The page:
I kind of take things literally some of the time. In other news: I am out of milk, which means I must drink my coffee black and abstain from cereal unless I wish to have a very dry throat. This makes me vexed. Verily, it is so.

The problem with thinking is that once you start, it's kind of hard to stop.

I don't know what the general experience of English majors has been, but for me, specifically, I've typically been dealt with scornfully. My course-load is impressive, but only for someone of non-English major-hood. I may be smart, but only in an English major context. I think this attitude to English majors is mainly because we don't really LEARN anything in the modern-traditional sense; we don't memorize horrific amounts of detail (unless we happen to end up in a Mac-Hay class, in which case, God have mercy upon us), we don't acquire overtly practical skills, at most we could be said to bull-shit amazingly convincingly.

And it's true, to a certain point. English majors aren't exactly trained to be skilled in trivia. Not for the most part, at any rate - I mean, we're expected to know general causes and factors that influence the development of literature. We're not expected to know the kreb cycle, or the exact progression of Hitler's forces in Africa during World War II. No one quizzes us on the gestalt approach (unless we're working within an inter-disciplinary context), and no one asks us to give an equation for the velocity of rockets breaking through the atmosphere. Most of us aren't good at math; most of us can't do anything beyond very basic calculus.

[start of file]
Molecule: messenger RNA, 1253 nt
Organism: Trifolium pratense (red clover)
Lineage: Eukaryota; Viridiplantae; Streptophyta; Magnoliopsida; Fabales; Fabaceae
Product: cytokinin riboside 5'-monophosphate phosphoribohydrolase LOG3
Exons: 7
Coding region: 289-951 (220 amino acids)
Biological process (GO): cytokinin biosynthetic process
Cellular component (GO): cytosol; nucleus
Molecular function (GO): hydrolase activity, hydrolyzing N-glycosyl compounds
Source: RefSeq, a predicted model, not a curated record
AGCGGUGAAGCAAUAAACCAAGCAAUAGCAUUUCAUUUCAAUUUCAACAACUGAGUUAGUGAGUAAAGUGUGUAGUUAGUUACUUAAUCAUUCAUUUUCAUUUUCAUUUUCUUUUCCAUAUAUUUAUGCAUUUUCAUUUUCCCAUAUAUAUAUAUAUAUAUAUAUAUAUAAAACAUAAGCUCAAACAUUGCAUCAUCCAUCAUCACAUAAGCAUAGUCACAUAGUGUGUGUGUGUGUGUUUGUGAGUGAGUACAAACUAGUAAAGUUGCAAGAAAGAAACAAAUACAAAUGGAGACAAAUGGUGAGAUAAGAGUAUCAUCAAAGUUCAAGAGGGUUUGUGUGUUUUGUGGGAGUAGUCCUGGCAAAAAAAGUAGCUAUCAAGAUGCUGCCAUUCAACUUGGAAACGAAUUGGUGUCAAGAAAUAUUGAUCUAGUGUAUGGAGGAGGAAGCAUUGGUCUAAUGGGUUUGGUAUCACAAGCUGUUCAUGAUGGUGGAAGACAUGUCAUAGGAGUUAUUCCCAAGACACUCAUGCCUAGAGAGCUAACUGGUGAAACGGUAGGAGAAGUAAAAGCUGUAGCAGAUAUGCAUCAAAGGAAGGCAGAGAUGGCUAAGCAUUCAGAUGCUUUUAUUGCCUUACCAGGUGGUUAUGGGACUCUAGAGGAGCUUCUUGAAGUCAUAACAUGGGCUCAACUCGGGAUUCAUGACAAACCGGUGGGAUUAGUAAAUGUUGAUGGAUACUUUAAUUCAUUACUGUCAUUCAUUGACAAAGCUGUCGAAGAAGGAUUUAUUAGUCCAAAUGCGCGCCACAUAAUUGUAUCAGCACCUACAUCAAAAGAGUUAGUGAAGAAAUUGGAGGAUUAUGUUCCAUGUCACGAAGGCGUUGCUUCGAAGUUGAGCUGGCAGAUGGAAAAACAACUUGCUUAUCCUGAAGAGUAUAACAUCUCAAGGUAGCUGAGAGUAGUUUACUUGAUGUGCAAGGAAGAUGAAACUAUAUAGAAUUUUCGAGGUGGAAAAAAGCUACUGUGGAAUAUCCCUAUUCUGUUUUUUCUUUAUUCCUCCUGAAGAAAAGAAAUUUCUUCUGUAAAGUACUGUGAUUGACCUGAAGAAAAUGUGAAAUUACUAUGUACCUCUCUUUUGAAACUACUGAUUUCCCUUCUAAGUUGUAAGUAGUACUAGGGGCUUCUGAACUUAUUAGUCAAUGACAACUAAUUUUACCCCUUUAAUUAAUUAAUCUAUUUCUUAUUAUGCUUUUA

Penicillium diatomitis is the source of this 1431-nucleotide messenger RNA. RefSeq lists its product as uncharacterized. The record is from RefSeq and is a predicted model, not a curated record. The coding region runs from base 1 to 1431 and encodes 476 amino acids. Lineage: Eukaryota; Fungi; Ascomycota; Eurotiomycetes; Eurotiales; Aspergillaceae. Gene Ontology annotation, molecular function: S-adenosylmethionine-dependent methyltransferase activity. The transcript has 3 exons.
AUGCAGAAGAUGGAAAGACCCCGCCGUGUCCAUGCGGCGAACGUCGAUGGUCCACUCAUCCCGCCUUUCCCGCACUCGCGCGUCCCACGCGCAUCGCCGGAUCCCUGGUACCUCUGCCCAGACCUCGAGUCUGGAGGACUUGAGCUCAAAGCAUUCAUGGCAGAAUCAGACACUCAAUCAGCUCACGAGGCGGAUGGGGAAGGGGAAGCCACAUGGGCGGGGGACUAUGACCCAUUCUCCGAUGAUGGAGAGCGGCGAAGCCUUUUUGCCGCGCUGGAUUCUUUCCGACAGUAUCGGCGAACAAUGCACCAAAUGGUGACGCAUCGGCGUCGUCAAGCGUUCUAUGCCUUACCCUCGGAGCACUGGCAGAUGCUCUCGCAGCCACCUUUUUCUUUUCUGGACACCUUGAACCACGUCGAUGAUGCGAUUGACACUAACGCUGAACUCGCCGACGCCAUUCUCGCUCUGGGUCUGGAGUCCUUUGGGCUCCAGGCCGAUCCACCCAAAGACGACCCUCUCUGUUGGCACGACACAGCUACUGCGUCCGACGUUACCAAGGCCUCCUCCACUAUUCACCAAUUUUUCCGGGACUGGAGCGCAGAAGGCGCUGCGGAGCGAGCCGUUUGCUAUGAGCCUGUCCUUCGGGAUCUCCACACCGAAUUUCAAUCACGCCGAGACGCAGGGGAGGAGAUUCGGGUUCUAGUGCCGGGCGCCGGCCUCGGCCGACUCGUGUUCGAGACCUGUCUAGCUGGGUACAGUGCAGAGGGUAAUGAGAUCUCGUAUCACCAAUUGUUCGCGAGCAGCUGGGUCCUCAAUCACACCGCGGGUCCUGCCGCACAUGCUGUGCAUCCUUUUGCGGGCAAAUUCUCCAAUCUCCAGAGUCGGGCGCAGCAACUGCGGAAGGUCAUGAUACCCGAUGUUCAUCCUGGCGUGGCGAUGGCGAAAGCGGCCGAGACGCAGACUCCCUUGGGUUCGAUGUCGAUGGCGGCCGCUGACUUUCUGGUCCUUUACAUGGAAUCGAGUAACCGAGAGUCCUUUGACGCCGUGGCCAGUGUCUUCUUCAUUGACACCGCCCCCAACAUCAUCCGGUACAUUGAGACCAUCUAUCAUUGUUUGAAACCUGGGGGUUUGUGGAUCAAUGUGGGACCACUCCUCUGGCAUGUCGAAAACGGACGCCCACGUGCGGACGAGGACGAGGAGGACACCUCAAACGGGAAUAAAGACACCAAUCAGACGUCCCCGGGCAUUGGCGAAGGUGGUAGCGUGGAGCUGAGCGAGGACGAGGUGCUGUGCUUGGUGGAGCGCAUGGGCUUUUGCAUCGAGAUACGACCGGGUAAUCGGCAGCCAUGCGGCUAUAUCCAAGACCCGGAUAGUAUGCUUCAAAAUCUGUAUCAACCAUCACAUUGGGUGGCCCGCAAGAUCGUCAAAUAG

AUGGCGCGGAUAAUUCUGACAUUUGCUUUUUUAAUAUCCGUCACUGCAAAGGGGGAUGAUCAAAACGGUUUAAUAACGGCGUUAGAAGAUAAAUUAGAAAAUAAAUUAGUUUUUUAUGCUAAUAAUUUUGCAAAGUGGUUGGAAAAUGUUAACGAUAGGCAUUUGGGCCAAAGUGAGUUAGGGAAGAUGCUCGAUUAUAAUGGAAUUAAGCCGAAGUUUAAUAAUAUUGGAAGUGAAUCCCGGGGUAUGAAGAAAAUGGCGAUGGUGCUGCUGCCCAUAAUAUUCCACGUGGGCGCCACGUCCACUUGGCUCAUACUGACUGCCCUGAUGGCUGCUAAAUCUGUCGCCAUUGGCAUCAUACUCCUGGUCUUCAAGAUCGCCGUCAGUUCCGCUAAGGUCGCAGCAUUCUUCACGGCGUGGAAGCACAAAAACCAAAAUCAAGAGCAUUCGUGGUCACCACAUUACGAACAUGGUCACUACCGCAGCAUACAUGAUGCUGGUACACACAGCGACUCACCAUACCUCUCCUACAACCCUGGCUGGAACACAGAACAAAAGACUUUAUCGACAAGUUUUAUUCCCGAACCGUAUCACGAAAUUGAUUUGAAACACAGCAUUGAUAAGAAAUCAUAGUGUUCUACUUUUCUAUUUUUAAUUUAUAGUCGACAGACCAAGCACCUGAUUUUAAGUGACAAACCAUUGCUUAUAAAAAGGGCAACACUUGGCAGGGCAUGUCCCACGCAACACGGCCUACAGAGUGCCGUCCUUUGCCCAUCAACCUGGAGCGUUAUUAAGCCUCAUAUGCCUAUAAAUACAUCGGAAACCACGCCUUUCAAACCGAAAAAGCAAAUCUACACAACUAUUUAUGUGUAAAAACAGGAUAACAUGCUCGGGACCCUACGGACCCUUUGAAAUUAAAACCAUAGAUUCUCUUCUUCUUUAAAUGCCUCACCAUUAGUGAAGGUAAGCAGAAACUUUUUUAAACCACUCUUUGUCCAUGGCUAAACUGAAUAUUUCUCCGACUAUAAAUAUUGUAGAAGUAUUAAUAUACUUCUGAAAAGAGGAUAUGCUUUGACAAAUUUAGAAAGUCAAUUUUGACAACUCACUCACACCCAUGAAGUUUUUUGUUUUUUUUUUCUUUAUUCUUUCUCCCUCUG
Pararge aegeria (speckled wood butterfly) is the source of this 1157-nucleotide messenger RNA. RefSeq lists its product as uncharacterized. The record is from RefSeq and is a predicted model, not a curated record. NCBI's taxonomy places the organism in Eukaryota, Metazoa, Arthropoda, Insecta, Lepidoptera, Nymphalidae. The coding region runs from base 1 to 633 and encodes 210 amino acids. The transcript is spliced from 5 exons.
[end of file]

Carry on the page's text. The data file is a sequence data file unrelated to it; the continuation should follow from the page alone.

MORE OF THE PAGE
And our lack of general ability in these fields, as a group and not an individual by individual basis, is what colours the perception that English is the default major. In a lot of cases it is. But this status isn't because English is an incredibly easy discipline. Enough people struggle with it to illustrate that it is, in fact, quite difficult to acquire the rules governing it; the only people who actually say that English is easy are those who have spent their entire lives speaking it, being trained to think in its system of associative bundles, of grammatical structuring. Speak to anyone who has had to learn English as a second language - I lived with one for my entire life, and around many others while I was a child. My mom is Japanese; a lot of my friends can't understand her English. They say her accent is too strong. They don't understand her sentence structure, they get confused by her seemingly strange linguistic leaps. They ask me to interpret my mom's English into their English. What about any of this is easy? English is not easy. English is the majority of North America's basis of communication, and it breaks down.